The CLOUD experiment is studying whether cosmic rays play a role in cloud formation.
| Issue no. 28, 2011
Published: Aug 26, 2011
| Cosmic ray climate theory put to the test at CERN|
| Bacteria stops dengue in tracks|
| Acoustic monitoring predicts dangerous solar flares|
| 'Smart' CCTV could track rioters|
| Coffee stain helps smarter inks|
| Cars could run on recycled newspaper, scientists say|
| Mobile phones could soon be 'powered by walking'|
|Cosmic ray climate theory put to the test at CERN
|Clouds are formed by the condensation of water vapour in the atmosphere
around clusters of molecules such as ammonia and sulphuric acid. Ions
created by the passage of cosmic rays can trigger the formation of such
molecular seeds - a process of particular interest because the arrival
of cosmic rays is regulated, in part, by the sun.
The 11-year solar cycle changes the sun's magnetic field. That, in turn,
affects the passage of cosmic rays and thus the number of such rays that
make it to Earth. Since clouds help regulate the climate, by reflecting
sunlight back into space and cooling the atmosphere, some scientists
think cosmic rays are a means by which changes in solar activity are
translated into terrestrial climate change.
In order to investigate how much cosmic rays affect cloud formation a
team at CERN recreated both the solar cycle and the atmosphere in a lab.
Their 'cosmic rays' are generated by a particle accelerators. To
simulate the atmosphere, they have built a special cloud chamber with
the air manufactured from scratch, using liquid nitrogen and oxygen
together with precise amounts of trace compounds, including sulphuric
acid and ammonia.
By comparing rates of seed formation during the different phases of the
experiments, the researchers were able to put a figure on cosmic rays'
contribution to the process. The results suggest naturally occurring
rays enhance seed-formation rates by a factor of ten. That implies the
rays' varying intensity could indeed affect the climate.
The team remain cautious, however, because they also discovered that the
seed-formation rates for sulphuric acid and ammonia are between a tenth
and a thousandth of those needed to account for the cloud seeding
actually seen in the atmosphere. That suggests other compounds are
important too and current climate models, which assume most seeds are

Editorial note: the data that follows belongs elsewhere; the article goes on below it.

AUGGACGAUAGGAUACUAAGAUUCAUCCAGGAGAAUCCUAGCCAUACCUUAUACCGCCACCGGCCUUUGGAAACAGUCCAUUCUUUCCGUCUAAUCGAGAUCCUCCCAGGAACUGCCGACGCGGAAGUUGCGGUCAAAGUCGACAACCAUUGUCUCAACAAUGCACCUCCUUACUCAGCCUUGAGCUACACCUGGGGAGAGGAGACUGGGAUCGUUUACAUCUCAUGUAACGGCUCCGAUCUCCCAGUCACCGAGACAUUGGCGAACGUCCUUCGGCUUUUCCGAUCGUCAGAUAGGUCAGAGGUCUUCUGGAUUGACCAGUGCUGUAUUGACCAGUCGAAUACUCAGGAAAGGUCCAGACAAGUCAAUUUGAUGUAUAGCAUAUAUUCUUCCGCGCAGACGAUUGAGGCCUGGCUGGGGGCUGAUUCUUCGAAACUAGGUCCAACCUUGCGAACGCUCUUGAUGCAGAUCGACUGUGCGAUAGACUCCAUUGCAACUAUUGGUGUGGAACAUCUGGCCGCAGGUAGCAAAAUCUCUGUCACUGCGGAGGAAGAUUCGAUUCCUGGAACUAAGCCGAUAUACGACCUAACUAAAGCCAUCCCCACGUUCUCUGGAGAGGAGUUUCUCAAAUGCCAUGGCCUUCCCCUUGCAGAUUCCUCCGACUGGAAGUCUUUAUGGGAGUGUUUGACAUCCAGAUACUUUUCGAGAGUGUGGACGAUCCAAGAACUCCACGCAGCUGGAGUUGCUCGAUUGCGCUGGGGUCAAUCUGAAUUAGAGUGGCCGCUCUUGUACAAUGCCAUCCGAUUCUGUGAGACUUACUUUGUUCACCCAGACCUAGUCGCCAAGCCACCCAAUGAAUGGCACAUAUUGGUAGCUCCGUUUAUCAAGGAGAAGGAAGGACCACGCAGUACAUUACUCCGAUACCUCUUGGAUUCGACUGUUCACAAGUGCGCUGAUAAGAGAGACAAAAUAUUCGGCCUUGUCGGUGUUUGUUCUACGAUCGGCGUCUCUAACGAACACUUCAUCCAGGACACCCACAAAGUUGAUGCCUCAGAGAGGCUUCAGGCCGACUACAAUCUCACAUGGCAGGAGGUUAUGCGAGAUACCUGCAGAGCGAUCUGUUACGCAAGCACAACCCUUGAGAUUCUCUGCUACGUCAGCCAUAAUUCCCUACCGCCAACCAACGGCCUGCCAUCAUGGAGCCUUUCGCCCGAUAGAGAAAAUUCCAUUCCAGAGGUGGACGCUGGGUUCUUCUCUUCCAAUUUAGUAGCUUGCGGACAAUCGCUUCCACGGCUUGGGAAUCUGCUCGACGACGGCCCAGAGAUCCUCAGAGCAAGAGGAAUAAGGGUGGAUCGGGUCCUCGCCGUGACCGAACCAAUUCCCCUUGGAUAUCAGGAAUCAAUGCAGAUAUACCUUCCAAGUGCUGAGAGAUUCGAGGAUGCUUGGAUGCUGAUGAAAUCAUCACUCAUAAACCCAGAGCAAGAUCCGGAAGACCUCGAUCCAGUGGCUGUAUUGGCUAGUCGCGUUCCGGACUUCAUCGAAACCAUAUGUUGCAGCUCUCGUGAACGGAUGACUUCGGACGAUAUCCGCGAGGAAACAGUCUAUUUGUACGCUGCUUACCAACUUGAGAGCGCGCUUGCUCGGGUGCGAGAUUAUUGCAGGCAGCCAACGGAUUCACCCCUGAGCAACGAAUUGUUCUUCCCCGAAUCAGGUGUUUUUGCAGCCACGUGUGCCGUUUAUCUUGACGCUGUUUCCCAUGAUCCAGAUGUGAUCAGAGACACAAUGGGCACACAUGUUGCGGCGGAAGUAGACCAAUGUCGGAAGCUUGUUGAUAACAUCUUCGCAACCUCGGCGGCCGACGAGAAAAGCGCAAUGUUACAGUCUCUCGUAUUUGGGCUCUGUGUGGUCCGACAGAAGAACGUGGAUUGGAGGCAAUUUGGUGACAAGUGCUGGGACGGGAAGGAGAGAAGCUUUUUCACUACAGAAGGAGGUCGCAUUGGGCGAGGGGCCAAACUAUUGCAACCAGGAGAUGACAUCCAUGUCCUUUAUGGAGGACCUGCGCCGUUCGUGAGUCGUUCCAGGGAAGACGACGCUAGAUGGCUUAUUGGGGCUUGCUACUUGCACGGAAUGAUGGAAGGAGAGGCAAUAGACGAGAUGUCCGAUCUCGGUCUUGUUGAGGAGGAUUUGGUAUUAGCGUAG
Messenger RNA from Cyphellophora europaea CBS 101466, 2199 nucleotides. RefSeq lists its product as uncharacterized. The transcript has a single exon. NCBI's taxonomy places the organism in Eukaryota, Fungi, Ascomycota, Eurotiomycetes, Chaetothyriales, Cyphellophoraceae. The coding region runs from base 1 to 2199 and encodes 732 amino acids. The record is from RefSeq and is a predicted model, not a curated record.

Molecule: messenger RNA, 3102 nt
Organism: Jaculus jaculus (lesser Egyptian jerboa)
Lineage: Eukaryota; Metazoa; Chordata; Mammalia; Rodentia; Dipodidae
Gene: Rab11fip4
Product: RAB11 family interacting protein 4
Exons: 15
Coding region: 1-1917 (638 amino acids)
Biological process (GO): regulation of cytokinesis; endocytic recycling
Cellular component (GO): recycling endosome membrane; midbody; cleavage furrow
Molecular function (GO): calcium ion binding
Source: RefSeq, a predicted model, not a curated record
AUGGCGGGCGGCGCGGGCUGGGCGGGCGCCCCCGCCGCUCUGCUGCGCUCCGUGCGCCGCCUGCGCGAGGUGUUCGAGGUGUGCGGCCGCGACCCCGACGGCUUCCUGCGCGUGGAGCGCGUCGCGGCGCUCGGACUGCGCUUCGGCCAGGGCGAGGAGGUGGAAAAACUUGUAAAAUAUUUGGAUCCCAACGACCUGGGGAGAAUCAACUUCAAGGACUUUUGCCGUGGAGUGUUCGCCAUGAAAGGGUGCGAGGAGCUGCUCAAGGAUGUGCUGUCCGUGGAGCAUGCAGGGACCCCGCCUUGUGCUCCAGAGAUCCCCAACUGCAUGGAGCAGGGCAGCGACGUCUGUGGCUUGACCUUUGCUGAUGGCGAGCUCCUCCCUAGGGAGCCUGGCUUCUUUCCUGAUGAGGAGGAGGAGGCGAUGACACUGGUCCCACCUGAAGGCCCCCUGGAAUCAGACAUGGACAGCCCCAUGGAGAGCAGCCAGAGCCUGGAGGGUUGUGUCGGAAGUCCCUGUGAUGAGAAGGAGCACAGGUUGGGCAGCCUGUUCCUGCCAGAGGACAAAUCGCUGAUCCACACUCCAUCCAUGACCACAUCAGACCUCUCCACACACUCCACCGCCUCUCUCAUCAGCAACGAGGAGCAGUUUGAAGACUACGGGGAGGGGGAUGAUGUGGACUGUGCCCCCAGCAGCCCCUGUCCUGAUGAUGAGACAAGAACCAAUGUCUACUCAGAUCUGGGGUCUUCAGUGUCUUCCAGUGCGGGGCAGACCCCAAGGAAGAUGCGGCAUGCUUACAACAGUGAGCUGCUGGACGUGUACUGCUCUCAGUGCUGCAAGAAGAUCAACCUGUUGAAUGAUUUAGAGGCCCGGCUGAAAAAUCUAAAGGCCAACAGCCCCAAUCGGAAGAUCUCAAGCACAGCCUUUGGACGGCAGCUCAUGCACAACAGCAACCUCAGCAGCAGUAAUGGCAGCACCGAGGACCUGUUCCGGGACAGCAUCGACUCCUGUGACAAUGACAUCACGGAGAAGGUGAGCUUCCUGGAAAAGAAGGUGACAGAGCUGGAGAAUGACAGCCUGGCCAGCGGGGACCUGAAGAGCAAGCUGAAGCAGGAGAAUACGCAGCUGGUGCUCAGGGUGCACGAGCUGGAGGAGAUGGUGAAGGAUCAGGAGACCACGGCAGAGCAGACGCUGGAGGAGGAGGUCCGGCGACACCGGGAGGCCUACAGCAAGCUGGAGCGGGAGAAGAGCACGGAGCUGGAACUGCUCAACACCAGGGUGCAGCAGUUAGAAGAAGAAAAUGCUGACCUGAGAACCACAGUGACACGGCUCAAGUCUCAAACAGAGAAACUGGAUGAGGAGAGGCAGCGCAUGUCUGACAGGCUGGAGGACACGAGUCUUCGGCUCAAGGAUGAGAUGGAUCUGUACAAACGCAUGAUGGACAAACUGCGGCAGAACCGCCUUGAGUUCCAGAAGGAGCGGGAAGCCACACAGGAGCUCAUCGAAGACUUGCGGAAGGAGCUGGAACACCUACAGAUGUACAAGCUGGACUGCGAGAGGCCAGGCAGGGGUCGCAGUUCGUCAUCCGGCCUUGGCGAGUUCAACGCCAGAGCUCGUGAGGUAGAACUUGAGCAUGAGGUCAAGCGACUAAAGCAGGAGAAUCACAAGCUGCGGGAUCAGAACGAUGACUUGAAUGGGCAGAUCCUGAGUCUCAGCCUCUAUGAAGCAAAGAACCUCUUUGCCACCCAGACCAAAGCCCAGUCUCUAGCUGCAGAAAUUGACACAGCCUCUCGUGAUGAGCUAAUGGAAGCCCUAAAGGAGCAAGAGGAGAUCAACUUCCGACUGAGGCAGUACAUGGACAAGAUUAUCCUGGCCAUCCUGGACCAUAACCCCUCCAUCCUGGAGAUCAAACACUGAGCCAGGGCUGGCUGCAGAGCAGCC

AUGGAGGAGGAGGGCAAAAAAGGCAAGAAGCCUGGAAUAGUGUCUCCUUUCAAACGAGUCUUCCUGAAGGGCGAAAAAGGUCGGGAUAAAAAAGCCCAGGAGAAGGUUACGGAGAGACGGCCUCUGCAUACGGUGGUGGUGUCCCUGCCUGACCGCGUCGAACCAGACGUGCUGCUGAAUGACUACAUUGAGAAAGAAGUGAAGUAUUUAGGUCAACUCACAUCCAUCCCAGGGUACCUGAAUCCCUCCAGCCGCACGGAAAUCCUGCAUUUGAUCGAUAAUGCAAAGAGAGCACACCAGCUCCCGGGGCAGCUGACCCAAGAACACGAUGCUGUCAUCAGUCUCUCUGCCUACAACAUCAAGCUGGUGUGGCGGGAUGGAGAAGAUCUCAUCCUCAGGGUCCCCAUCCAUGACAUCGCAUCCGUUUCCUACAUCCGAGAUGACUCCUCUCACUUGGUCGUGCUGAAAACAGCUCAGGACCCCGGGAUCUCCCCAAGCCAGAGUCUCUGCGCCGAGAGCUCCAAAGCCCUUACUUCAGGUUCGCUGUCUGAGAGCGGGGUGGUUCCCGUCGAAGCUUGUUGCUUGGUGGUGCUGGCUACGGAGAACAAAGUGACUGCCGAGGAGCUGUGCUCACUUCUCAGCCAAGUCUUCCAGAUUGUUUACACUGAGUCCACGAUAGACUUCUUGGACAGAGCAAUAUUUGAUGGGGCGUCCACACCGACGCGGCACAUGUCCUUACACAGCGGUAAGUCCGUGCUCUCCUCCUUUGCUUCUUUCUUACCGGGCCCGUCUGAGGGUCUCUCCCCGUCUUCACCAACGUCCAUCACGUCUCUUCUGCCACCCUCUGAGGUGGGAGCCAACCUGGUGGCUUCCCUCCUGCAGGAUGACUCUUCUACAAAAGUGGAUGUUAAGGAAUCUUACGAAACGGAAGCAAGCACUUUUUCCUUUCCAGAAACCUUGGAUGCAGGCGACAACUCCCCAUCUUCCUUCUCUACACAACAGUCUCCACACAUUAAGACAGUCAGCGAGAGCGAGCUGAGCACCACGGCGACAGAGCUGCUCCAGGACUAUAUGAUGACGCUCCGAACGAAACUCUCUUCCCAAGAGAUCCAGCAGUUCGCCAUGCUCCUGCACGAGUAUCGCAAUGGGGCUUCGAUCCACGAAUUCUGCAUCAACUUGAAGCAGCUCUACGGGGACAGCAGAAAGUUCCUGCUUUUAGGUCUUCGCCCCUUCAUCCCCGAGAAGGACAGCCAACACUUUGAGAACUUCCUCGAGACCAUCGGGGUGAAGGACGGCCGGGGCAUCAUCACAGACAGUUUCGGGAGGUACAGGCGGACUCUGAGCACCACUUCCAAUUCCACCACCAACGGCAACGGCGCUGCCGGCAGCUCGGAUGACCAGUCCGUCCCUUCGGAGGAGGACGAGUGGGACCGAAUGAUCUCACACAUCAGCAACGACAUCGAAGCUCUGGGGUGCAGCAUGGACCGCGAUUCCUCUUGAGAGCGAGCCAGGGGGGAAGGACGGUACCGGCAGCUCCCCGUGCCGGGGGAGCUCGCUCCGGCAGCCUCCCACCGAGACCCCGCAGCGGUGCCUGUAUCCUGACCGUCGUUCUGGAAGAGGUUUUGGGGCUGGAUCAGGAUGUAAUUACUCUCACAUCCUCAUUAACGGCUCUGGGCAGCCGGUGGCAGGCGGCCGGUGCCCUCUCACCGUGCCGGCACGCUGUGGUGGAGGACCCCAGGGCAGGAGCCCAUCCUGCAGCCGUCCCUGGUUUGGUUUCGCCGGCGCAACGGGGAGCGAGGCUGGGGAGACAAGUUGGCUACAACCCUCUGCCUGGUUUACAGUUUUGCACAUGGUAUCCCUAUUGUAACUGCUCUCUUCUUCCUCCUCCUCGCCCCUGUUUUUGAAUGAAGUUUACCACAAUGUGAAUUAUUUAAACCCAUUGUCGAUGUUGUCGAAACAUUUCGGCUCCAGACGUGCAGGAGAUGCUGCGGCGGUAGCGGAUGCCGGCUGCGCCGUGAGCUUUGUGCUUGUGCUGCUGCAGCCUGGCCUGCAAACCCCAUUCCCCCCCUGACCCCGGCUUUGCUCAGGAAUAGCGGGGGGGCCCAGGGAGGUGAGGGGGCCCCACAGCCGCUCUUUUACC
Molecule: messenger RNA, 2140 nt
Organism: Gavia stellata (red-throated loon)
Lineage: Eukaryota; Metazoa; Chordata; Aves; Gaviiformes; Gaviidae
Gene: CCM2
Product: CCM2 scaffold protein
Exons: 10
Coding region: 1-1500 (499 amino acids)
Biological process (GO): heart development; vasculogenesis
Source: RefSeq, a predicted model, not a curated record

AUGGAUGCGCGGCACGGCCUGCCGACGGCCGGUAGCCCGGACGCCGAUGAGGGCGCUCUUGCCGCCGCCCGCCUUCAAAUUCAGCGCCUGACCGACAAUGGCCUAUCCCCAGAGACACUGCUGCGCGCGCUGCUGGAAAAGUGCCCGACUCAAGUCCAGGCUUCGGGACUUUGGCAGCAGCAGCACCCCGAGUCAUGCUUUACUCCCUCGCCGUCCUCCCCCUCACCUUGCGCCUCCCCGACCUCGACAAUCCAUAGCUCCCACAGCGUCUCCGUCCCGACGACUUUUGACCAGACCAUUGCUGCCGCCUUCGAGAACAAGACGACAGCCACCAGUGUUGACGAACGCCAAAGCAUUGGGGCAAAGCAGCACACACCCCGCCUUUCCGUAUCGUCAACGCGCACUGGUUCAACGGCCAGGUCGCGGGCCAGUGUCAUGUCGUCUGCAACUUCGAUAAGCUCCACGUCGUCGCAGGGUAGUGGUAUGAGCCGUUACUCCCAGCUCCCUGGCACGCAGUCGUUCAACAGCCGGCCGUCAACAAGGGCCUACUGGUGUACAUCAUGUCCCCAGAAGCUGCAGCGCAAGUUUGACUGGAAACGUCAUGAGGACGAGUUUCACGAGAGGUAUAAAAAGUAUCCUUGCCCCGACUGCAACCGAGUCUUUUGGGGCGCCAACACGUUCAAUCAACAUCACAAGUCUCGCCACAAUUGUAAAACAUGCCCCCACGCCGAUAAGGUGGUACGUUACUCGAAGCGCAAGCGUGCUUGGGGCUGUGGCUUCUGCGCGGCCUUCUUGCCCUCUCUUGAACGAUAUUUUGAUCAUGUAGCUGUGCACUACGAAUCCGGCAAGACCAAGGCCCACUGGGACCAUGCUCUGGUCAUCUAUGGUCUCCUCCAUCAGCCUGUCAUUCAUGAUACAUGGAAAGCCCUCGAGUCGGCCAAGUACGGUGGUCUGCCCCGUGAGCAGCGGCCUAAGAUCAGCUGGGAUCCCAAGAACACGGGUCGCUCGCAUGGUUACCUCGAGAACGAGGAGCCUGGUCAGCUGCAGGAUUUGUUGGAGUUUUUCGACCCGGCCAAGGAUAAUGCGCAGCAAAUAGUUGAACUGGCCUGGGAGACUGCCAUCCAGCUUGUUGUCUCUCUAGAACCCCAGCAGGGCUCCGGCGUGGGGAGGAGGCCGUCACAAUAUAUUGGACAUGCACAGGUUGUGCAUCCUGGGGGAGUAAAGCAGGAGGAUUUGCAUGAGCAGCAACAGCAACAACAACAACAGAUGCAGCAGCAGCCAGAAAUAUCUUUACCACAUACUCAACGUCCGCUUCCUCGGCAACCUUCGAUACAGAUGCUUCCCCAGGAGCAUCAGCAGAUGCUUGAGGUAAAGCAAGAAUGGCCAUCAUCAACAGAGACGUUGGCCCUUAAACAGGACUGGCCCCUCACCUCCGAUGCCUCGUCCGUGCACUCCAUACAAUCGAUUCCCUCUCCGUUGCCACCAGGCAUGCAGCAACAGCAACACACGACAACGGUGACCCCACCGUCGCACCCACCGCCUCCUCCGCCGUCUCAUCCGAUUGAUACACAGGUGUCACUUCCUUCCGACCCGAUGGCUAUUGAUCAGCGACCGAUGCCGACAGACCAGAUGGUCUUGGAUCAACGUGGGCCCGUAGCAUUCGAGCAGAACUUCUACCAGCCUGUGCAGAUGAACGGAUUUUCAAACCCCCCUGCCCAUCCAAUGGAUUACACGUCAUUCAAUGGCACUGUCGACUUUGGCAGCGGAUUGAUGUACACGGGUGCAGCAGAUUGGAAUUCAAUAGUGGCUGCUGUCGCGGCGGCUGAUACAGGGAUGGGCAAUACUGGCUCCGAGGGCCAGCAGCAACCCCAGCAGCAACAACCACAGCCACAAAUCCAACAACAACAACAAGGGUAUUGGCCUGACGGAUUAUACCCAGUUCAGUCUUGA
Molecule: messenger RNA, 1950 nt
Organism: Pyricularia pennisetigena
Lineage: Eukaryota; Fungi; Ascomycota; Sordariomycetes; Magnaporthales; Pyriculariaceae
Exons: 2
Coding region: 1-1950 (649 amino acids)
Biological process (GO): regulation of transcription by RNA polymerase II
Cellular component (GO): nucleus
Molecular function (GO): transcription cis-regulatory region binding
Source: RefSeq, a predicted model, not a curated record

made of ammonia or sulphuric acid, may require revision.
| The Economist / Nature
Aug 26, 2011
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|Bacteria stops dengue in tracks
|Australian scientists say they have discovered a cheap and effective
method of preventing the transmission of dengue fever, which affects
more than 50 million people worldwide every year.
According to the World Health Organization around one third of the
world's population is at risk from dengue fever. The incidence and
severity of this untreatable, mosquito-borne illness are increasing in
many parts of the world. Pesticides that kill the specific type of
mosquitoes that carry the virus have been the most effective method of
control to date, but resistance is rising.
Now a team of Australian scientists say that a simple bacterium called
Wolbachia that only infects insects could stop dengue in its tracks.
They infected mosquitoes that spread the disease with Wolbachia which
blocks transmission of the dengue virus. When the resistant insects were
released, they successfully interbred with wild mosquitoes and halted
their ability to transmit dengue. The researchers are hopeful that this
could be a viable control for the disease.
After a series of laboratory experiments that proved the power of
Wolbachia to restrict the abilities of mosquitoes to transmit dengue,
the scientists then released several hundred thousand of them in
Queensland in northeastern Australia. Within months, a wave of infection
by the bacterium had spread to almost all the wild mosquitoes rendering
them incapable of passing on dengue.
| BBC News / Nature
Aug 25, 2011
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|Acoustic monitoring predicts dangerous solar flares
|Predicting solar flares is going to become increasingly important as the
sun hits the most active phase of its 11-year cycle. Flares can disrupt
communication systems, air travel, power grids and satellites, and can
also endanger astronauts in space. Now, Stanford researchers have found
a way to use acoustic waves to catch sunspots, the precursors to flares,
in the early stages of development. The method gives scientists, for the
first time, as much as two days' warning.
The key is the acoustic waves that are generated inside the sun by the
turbulent motion of plasma and gases. Near the surface, small-scale
convection cells generate sound waves that travel to the interior of the
sun and are refracted back to the surface. The team used data from the
Michelson Doppler Imager aboard NASA's SOHO satellite and its
replacement, the Solar Dynamics Observatory satellite, which carries the
Helioseismic and Magnetic Imager.
They were able to develop a way to reduce the electronic clutter in the
data so he could accurately measure the solar sounds. This allows